Marketing is never a straightforward practice. As in statecraft, one delivers different messages to difference constituencies, depending on the need, the left hand seldom talking to the right; and if these messages conflict, well, that’s all right. It’s the maneuver of diplomacy. If I were a winery I’d be telling 23-year old clubbers, “Don’t worry about anything, just drink our wine, dance your ass off, have fun tonight, and repeat it all tomorrow.” To a 53-year old lawyer or Silicon Valley exec it would be “Sip our chic wine, and to appreciate the fine terroir of our grapes, check out our website, where our winemaker walks you through the vineyard to explain the mysteries of cane pruning grapevines.” The medium is the message. But if you want to know the real message, it’s: Plus ça change, plus c’est la même chose.

  1. Exactly.

    Paul Wagner
    author, Wine Marketing & Sales
    Marketing instructor: Napa Valley College

  2. Oh and people in their 40s and 50s don’t use wine for a buzz? Come on now….

  3. Steve, I think you’re missing the main point of that article. The thesis is summed up in this quote: “Wine is being consumed on many more casual everyday occasions than ever before,” and not bythe drunk reference. Wine is more social than it was before and there are many reasons why. Yes, young professionals of today have different traits than those of yesteryear, but also the chances of finding good wine is much greater. And speaking of the medium being the message, social media (more used be the type of consumers highlighted in the article than say your generation) is both a message and a means. The power of social media is not how a winery uses it, but how a winery’s consumers use it…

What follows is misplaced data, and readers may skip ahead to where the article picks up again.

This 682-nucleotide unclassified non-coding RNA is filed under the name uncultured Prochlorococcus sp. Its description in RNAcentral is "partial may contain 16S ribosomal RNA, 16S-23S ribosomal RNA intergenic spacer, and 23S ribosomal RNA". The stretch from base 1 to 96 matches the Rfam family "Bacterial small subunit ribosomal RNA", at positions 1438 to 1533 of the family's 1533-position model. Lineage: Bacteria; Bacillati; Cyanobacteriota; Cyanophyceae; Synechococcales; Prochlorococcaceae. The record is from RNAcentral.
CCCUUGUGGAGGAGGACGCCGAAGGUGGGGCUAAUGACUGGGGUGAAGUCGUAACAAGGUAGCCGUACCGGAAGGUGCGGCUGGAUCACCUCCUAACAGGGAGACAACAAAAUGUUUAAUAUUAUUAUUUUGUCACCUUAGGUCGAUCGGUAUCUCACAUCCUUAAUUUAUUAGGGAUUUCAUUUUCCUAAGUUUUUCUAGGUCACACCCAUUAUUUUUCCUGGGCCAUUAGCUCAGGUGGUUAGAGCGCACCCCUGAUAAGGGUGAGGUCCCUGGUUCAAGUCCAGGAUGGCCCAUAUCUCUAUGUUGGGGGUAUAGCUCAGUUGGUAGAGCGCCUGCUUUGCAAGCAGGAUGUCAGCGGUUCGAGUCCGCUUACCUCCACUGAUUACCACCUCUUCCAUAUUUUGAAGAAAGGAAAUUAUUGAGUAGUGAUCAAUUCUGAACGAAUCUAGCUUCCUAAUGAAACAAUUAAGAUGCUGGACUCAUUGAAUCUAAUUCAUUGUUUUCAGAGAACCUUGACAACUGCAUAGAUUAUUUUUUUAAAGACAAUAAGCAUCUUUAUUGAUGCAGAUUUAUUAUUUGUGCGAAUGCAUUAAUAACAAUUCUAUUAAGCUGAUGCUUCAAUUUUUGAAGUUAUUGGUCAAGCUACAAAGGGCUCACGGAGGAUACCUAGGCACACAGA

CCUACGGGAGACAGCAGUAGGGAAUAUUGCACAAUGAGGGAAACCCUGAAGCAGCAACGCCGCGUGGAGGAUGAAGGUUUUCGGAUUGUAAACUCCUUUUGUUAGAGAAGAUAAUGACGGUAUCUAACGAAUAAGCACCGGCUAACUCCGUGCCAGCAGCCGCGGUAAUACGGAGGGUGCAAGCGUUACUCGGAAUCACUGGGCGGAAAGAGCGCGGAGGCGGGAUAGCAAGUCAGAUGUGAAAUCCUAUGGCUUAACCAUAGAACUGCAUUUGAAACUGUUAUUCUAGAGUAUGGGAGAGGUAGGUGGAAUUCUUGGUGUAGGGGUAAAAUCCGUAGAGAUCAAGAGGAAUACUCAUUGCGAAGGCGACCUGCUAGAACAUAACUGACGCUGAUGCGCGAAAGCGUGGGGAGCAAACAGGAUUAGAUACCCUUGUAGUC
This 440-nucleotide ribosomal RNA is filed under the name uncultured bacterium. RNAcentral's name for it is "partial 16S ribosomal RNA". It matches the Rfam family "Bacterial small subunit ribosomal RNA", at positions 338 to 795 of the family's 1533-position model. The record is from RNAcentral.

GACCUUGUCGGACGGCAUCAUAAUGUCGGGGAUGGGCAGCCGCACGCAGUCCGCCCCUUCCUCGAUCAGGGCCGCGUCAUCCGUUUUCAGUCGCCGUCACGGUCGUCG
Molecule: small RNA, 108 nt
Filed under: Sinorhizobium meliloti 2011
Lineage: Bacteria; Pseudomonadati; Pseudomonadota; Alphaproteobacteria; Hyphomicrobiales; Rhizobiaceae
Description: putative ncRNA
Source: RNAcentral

4. Steve:
    Virtually every winery marketing department has become afflicted with “millennial-on-the-brain” syndrome. This important group of individuals (ages 21-30)may actually save the wine industry from gentrification someday. On another related note, I’m reminded of the Wine Brats special events during the 1990s. They attempted to turn the ever-popular “beer bust” into a more accessible “wine bust.” The Wine Brats (and Wine X Magazine) were clearly ahead of their time.
    George Rose

  5. Samantha, yeah they do.

  6. Looking back on those many evenings in the sixties, sitting on the floor of the apartment or house with a date, listening to Dylan or the Doors, passing the jug of Hearty Burgundy or Red Mountain. I didn’t realize we were sipping and appreciating the nuances of the wine. The only nuance I remember pondering was whether I was going to get lucky…plus les choses changent plus elles sembles pareilles